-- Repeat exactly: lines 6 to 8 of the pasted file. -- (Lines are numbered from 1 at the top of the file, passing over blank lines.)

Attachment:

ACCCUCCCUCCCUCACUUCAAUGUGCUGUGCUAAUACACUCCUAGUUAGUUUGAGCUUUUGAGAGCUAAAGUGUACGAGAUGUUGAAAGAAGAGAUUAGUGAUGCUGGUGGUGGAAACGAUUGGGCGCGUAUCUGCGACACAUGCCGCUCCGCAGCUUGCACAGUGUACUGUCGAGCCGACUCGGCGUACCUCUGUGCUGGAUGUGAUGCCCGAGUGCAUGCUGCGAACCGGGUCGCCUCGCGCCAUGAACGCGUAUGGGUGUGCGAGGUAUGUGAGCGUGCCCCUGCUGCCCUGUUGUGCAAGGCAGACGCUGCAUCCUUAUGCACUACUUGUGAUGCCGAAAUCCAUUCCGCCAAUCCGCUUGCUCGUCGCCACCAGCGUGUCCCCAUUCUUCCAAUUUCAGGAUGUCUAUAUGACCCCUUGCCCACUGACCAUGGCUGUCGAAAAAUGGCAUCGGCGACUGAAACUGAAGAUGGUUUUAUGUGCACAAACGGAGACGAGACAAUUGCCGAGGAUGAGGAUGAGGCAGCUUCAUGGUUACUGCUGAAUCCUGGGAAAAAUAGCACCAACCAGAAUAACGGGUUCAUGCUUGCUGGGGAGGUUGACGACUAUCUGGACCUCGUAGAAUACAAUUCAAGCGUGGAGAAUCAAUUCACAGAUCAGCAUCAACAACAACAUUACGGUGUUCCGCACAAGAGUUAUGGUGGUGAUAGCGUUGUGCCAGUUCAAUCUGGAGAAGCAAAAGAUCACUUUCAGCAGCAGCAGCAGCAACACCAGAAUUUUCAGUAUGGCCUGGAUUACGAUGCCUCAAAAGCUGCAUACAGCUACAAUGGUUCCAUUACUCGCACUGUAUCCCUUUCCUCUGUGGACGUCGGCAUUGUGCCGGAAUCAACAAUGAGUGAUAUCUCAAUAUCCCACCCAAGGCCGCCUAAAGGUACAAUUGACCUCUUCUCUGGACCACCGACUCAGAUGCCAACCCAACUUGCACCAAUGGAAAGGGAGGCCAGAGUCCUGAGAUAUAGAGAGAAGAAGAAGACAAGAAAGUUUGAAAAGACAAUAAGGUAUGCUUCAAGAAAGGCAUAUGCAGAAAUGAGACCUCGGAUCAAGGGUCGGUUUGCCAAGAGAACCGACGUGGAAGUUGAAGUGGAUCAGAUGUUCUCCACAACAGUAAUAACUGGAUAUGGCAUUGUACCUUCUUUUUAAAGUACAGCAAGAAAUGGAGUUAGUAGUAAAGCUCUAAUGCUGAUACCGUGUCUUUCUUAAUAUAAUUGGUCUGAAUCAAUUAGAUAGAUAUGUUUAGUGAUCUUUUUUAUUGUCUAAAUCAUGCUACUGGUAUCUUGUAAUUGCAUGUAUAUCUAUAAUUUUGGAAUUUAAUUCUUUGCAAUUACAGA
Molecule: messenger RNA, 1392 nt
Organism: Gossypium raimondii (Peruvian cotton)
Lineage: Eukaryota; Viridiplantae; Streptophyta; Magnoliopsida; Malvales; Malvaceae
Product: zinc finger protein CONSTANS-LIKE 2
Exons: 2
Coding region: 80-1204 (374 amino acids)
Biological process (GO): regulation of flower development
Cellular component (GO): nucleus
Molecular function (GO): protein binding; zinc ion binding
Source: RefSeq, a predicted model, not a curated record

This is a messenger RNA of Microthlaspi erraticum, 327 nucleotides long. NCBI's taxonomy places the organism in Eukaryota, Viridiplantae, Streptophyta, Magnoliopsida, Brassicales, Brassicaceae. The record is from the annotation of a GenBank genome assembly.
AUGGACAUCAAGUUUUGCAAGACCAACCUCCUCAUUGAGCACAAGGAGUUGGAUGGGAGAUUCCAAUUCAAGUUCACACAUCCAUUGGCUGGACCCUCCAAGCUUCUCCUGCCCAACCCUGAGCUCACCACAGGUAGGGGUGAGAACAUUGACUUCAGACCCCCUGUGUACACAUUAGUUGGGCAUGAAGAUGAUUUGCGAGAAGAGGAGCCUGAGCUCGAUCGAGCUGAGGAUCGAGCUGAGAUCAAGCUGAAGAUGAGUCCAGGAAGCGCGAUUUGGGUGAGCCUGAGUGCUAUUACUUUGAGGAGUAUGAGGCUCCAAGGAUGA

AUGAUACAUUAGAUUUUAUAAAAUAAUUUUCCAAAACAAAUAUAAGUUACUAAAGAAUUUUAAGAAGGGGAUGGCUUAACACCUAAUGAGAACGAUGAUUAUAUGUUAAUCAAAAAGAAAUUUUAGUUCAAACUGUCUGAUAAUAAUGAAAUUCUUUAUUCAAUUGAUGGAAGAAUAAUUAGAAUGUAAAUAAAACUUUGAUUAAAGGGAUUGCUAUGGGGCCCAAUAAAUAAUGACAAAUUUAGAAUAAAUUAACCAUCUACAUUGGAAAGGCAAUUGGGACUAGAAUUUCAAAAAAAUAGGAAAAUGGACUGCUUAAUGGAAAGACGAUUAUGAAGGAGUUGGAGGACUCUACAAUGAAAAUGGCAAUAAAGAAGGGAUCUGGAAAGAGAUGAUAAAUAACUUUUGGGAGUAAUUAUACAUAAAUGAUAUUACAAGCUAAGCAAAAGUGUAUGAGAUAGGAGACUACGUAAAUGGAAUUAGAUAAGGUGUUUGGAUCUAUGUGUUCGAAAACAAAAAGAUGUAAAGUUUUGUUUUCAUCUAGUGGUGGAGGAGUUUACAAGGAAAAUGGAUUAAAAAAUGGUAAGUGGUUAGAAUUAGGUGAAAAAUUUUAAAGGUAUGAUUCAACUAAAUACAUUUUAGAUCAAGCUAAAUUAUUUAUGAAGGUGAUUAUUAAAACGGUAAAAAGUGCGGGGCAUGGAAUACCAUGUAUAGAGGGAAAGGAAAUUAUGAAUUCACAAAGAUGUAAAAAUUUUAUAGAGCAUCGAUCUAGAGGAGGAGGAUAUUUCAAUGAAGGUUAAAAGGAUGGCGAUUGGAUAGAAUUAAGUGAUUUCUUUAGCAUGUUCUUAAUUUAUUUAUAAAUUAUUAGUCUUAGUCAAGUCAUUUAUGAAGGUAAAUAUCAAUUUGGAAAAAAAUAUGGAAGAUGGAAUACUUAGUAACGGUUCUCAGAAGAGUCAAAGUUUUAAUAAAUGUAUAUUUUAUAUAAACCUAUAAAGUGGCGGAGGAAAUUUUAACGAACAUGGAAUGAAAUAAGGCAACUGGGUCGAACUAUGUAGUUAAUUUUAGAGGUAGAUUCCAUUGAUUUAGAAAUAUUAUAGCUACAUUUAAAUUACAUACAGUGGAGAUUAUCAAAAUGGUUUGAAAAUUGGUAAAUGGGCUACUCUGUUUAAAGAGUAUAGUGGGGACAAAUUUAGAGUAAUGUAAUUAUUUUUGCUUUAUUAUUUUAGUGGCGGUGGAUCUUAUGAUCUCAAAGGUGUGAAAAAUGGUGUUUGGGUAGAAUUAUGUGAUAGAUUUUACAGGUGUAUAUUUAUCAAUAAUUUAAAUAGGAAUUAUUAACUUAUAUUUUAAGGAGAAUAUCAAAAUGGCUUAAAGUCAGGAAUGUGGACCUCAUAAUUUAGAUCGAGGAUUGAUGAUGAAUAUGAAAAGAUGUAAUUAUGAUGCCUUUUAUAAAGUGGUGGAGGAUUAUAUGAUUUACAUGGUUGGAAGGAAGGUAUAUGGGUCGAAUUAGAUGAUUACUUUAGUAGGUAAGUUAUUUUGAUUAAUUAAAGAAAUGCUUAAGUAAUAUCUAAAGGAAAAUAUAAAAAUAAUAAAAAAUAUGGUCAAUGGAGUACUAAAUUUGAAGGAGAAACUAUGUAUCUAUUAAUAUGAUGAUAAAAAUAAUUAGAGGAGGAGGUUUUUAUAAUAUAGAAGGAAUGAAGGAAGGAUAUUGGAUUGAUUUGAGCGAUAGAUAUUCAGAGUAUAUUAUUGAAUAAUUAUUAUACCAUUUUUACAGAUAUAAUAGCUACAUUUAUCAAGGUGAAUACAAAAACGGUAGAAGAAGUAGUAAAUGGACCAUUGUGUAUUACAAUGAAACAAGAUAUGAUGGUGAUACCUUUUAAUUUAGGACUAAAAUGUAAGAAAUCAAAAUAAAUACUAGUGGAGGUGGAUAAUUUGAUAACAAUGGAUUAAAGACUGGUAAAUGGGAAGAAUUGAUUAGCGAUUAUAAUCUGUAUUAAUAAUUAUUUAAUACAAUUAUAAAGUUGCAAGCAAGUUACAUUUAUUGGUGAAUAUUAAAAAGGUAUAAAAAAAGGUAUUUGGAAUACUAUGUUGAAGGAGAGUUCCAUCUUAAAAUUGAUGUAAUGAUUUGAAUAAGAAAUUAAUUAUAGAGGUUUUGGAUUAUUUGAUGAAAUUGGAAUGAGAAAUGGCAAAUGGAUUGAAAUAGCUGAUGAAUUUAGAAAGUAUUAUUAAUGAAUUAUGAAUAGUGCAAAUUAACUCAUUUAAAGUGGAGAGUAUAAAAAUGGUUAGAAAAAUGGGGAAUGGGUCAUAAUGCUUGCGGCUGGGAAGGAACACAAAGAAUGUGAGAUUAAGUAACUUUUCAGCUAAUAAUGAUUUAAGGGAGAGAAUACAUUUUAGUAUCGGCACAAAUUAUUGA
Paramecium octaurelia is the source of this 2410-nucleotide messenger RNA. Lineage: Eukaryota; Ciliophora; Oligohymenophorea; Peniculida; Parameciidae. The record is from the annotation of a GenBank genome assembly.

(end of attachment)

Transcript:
Exons: 2
Coding region: 80-1204 (374 amino acids)
Biological process (GO): regulation of flower development